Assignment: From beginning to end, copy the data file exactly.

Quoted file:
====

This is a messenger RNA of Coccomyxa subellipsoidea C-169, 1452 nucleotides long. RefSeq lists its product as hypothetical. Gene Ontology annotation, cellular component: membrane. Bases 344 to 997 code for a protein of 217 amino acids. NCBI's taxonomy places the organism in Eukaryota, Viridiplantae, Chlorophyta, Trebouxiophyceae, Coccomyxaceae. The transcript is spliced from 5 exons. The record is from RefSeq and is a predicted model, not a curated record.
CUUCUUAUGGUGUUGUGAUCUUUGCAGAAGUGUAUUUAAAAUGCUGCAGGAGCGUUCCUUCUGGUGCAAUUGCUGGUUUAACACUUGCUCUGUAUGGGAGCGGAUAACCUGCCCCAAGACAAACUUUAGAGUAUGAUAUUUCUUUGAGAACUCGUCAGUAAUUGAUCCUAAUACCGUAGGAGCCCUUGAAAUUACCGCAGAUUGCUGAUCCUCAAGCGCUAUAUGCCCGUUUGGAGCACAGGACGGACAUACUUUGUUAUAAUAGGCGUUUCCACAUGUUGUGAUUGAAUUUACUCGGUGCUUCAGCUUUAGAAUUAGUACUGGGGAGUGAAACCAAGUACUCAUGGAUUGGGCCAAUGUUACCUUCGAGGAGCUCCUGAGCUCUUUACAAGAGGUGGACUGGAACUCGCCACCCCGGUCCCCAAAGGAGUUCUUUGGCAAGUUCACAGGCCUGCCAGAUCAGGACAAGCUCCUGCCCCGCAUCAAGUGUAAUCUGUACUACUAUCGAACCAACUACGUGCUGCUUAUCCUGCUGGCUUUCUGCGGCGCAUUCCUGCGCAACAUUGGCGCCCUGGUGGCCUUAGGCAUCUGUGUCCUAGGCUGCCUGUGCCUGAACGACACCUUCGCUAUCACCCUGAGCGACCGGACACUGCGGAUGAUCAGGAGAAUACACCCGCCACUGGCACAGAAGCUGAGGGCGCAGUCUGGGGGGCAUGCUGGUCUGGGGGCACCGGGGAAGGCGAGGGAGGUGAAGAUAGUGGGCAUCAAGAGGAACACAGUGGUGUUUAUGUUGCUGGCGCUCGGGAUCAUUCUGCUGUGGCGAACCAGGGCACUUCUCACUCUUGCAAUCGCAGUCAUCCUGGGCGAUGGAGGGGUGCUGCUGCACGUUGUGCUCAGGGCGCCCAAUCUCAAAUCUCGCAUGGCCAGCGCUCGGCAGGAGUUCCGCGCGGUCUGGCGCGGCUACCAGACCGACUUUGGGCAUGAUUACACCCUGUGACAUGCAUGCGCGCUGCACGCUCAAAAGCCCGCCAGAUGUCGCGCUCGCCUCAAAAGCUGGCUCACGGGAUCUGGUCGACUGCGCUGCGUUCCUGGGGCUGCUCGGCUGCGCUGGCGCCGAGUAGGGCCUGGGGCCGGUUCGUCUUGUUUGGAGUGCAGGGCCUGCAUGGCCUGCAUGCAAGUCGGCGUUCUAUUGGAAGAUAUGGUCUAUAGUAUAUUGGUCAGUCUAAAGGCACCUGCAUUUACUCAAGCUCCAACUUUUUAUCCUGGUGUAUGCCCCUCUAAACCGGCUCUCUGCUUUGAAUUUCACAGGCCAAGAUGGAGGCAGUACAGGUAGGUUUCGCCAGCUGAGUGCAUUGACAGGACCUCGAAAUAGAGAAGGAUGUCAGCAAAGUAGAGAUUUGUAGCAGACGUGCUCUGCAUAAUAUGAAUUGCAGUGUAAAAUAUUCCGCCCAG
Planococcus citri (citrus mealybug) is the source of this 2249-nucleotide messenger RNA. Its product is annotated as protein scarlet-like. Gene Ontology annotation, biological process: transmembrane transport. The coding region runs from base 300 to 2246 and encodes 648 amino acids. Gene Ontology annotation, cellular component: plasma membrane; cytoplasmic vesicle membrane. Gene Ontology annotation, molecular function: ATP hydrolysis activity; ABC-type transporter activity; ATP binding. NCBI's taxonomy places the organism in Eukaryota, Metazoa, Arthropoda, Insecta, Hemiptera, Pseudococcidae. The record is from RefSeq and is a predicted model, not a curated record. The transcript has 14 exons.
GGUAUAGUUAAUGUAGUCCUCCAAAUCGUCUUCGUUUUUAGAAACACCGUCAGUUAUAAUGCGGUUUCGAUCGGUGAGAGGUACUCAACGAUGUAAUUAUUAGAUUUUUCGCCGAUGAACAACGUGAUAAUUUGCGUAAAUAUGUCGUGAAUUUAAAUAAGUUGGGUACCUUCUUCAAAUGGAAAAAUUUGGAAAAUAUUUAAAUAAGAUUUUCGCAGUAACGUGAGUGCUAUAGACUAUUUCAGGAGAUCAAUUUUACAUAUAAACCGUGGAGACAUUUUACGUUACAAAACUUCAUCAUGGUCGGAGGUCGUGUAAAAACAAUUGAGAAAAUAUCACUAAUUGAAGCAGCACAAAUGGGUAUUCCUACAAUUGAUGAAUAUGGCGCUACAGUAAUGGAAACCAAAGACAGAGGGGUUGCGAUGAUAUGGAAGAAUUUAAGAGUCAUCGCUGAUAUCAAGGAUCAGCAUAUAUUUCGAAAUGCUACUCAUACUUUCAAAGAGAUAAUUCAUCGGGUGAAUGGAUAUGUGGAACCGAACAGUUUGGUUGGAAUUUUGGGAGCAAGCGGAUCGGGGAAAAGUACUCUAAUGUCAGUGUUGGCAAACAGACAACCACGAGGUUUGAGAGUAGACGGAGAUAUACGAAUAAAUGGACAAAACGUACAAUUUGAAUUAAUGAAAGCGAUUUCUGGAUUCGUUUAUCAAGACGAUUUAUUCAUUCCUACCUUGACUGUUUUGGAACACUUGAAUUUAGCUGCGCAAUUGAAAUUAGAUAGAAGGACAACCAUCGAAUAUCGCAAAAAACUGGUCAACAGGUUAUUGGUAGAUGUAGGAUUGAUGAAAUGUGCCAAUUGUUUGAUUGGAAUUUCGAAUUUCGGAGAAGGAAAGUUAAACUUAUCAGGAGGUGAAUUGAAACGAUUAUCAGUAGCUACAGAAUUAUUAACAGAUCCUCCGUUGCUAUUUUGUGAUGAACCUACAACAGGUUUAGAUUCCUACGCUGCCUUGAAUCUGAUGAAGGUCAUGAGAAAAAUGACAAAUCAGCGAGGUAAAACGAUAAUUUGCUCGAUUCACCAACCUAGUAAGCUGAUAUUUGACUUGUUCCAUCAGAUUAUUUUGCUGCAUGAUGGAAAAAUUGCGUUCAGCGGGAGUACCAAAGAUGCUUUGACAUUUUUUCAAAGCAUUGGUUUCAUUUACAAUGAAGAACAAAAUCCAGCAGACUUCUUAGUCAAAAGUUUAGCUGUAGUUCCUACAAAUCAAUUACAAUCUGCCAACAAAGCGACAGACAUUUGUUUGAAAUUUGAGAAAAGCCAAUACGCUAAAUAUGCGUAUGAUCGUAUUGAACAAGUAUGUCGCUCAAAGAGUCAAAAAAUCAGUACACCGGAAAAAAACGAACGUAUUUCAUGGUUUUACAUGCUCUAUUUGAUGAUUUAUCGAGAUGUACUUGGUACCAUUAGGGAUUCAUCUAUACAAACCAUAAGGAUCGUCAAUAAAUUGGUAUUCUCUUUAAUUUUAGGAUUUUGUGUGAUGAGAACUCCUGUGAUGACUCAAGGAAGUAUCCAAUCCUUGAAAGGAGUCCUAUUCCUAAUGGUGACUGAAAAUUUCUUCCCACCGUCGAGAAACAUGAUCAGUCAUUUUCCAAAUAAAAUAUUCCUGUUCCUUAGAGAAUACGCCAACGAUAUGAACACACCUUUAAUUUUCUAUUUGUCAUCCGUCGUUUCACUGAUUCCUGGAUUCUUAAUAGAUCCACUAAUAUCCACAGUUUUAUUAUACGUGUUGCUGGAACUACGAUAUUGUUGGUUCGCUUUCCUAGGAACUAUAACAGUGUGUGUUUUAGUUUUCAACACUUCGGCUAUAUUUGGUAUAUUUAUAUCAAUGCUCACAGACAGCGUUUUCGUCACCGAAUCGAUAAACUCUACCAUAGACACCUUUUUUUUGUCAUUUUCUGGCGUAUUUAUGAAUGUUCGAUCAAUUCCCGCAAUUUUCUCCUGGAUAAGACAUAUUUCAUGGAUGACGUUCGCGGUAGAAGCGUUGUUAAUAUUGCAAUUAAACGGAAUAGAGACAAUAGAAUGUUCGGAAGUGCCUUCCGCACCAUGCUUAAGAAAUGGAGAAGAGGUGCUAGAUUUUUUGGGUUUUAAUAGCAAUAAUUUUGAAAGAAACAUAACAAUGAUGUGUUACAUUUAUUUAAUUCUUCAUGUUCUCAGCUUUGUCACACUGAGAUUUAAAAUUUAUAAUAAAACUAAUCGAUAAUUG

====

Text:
This is a messenger RNA of Coccomyxa subellipsoidea C-169, 1452 nucleotides long. RefSeq lists its product as hypothetical. Gene Ontology annotation, cellular component: membrane. Bases 344 to 997 code for a protein of 217 amino acids. NCBI's taxonomy places the organism in Eukaryota, Viridiplantae, Chlorophyta, Trebouxiophyceae, Coccomyxaceae. The transcript is spliced from 5 exons. The record is from RefSeq and is a predicted model, not a curated record.
CUUCUUAUGGUGUUGUGAUCUUUGCAGAAGUGUAUUUAAAAUGCUGCAGGAGCGUUCCUUCUGGUGCAAUUGCUGGUUUAACACUUGCUCUGUAUGGGAGCGGAUAACCUGCCCCAAGACAAACUUUAGAGUAUGAUAUUUCUUUGAGAACUCGUCAGUAAUUGAUCCUAAUACCGUAGGAGCCCUUGAAAUUACCGCAGAUUGCUGAUCCUCAAGCGCUAUAUGCCCGUUUGGAGCACAGGACGGACAUACUUUGUUAUAAUAGGCGUUUCCACAUGUUGUGAUUGAAUUUACUCGGUGCUUCAGCUUUAGAAUUAGUACUGGGGAGUGAAACCAAGUACUCAUGGAUUGGGCCAAUGUUACCUUCGAGGAGCUCCUGAGCUCUUUACAAGAGGUGGACUGGAACUCGCCACCCCGGUCCCCAAAGGAGUUCUUUGGCAAGUUCACAGGCCUGCCAGAUCAGGACAAGCUCCUGCCCCGCAUCAAGUGUAAUCUGUACUACUAUCGAACCAACUACGUGCUGCUUAUCCUGCUGGCUUUCUGCGGCGCAUUCCUGCGCAACAUUGGCGCCCUGGUGGCCUUAGGCAUCUGUGUCCUAGGCUGCCUGUGCCUGAACGACACCUUCGCUAUCACCCUGAGCGACCGGACACUGCGGAUGAUCAGGAGAAUACACCCGCCACUGGCACAGAAGCUGAGGGCGCAGUCUGGGGGGCAUGCUGGUCUGGGGGCACCGGGGAAGGCGAGGGAGGUGAAGAUAGUGGGCAUCAAGAGGAACACAGUGGUGUUUAUGUUGCUGGCGCUCGGGAUCAUUCUGCUGUGGCGAACCAGGGCACUUCUCACUCUUGCAAUCGCAGUCAUCCUGGGCGAUGGAGGGGUGCUGCUGCACGUUGUGCUCAGGGCGCCCAAUCUCAAAUCUCGCAUGGCCAGCGCUCGGCAGGAGUUCCGCGCGGUCUGGCGCGGCUACCAGACCGACUUUGGGCAUGAUUACACCCUGUGACAUGCAUGCGCGCUGCACGCUCAAAAGCCCGCCAGAUGUCGCGCUCGCCUCAAAAGCUGGCUCACGGGAUCUGGUCGACUGCGCUGCGUUCCUGGGGCUGCUCGGCUGCGCUGGCGCCGAGUAGGGCCUGGGGCCGGUUCGUCUUGUUUGGAGUGCAGGGCCUGCAUGGCCUGCAUGCAAGUCGGCGUUCUAUUGGAAGAUAUGGUCUAUAGUAUAUUGGUCAGUCUAAAGGCACCUGCAUUUACUCAAGCUCCAACUUUUUAUCCUGGUGUAUGCCCCUCUAAACCGGCUCUCUGCUUUGAAUUUCACAGGCCAAGAUGGAGGCAGUACAGGUAGGUUUCGCCAGCUGAGUGCAUUGACAGGACCUCGAAAUAGAGAAGGAUGUCAGCAAAGUAGAGAUUUGUAGCAGACGUGCUCUGCAUAAUAUGAAUUGCAGUGUAAAAUAUUCCGCCCAG
Planococcus citri (citrus mealybug) is the source of this 2249-nucleotide messenger RNA. Its product is annotated as protein scarlet-like. Gene Ontology annotation, biological process: transmembrane transport. The coding region runs from base 300 to 2246 and encodes 648 amino acids. Gene Ontology annotation, cellular component: plasma membrane; cytoplasmic vesicle membrane. Gene Ontology annotation, molecular function: ATP hydrolysis activity; ABC-type transporter activity; ATP binding. NCBI's taxonomy places the organism in Eukaryota, Metazoa, Arthropoda, Insecta, Hemiptera, Pseudococcidae. The record is from RefSeq and is a predicted model, not a curated record. The transcript has 14 exons.
GGUAUAGUUAAUGUAGUCCUCCAAAUCGUCUUCGUUUUUAGAAACACCGUCAGUUAUAAUGCGGUUUCGAUCGGUGAGAGGUACUCAACGAUGUAAUUAUUAGAUUUUUCGCCGAUGAACAACGUGAUAAUUUGCGUAAAUAUGUCGUGAAUUUAAAUAAGUUGGGUACCUUCUUCAAAUGGAAAAAUUUGGAAAAUAUUUAAAUAAGAUUUUCGCAGUAACGUGAGUGCUAUAGACUAUUUCAGGAGAUCAAUUUUACAUAUAAACCGUGGAGACAUUUUACGUUACAAAACUUCAUCAUGGUCGGAGGUCGUGUAAAAACAAUUGAGAAAAUAUCACUAAUUGAAGCAGCACAAAUGGGUAUUCCUACAAUUGAUGAAUAUGGCGCUACAGUAAUGGAAACCAAAGACAGAGGGGUUGCGAUGAUAUGGAAGAAUUUAAGAGUCAUCGCUGAUAUCAAGGAUCAGCAUAUAUUUCGAAAUGCUACUCAUACUUUCAAAGAGAUAAUUCAUCGGGUGAAUGGAUAUGUGGAACCGAACAGUUUGGUUGGAAUUUUGGGAGCAAGCGGAUCGGGGAAAAGUACUCUAAUGUCAGUGUUGGCAAACAGACAACCACGAGGUUUGAGAGUAGACGGAGAUAUACGAAUAAAUGGACAAAACGUACAAUUUGAAUUAAUGAAAGCGAUUUCUGGAUUCGUUUAUCAAGACGAUUUAUUCAUUCCUACCUUGACUGUUUUGGAACACUUGAAUUUAGCUGCGCAAUUGAAAUUAGAUAGAAGGACAACCAUCGAAUAUCGCAAAAAACUGGUCAACAGGUUAUUGGUAGAUGUAGGAUUGAUGAAAUGUGCCAAUUGUUUGAUUGGAAUUUCGAAUUUCGGAGAAGGAAAGUUAAACUUAUCAGGAGGUGAAUUGAAACGAUUAUCAGUAGCUACAGAAUUAUUAACAGAUCCUCCGUUGCUAUUUUGUGAUGAACCUACAACAGGUUUAGAUUCCUACGCUGCCUUGAAUCUGAUGAAGGUCAUGAGAAAAAUGACAAAUCAGCGAGGUAAAACGAUAAUUUGCUCGAUUCACCAACCUAGUAAGCUGAUAUUUGACUUGUUCCAUCAGAUUAUUUUGCUGCAUGAUGGAAAAAUUGCGUUCAGCGGGAGUACCAAAGAUGCUUUGACAUUUUUUCAAAGCAUUGGUUUCAUUUACAAUGAAGAACAAAAUCCAGCAGACUUCUUAGUCAAAAGUUUAGCUGUAGUUCCUACAAAUCAAUUACAAUCUGCCAACAAAGCGACAGACAUUUGUUUGAAAUUUGAGAAAAGCCAAUACGCUAAAUAUGCGUAUGAUCGUAUUGAACAAGUAUGUCGCUCAAAGAGUCAAAAAAUCAGUACACCGGAAAAAAACGAACGUAUUUCAUGGUUUUACAUGCUCUAUUUGAUGAUUUAUCGAGAUGUACUUGGUACCAUUAGGGAUUCAUCUAUACAAACCAUAAGGAUCGUCAAUAAAUUGGUAUUCUCUUUAAUUUUAGGAUUUUGUGUGAUGAGAACUCCUGUGAUGACUCAAGGAAGUAUCCAAUCCUUGAAAGGAGUCCUAUUCCUAAUGGUGACUGAAAAUUUCUUCCCACCGUCGAGAAACAUGAUCAGUCAUUUUCCAAAUAAAAUAUUCCUGUUCCUUAGAGAAUACGCCAACGAUAUGAACACACCUUUAAUUUUCUAUUUGUCAUCCGUCGUUUCACUGAUUCCUGGAUUCUUAAUAGAUCCACUAAUAUCCACAGUUUUAUUAUACGUGUUGCUGGAACUACGAUAUUGUUGGUUCGCUUUCCUAGGAACUAUAACAGUGUGUGUUUUAGUUUUCAACACUUCGGCUAUAUUUGGUAUAUUUAUAUCAAUGCUCACAGACAGCGUUUUCGUCACCGAAUCGAUAAACUCUACCAUAGACACCUUUUUUUUGUCAUUUUCUGGCGUAUUUAUGAAUGUUCGAUCAAUUCCCGCAAUUUUCUCCUGGAUAAGACAUAUUUCAUGGAUGACGUUCGCGGUAGAAGCGUUGUUAAUAUUGCAAUUAAACGGAAUAGAGACAAUAGAAUGUUCGGAAGUGCCUUCCGCACCAUGCUUAAGAAAUGGAGAAGAGGUGCUAGAUUUUUUGGGUUUUAAUAGCAAUAAUUUUGAAAGAAACAUAACAAUGAUGUGUUACAUUUAUUUAAUUCUUCAUGUUCUCAGCUUUGUCACACUGAGAUUUAAAAUUUAUAAUAAAACUAAUCGAUAAUUG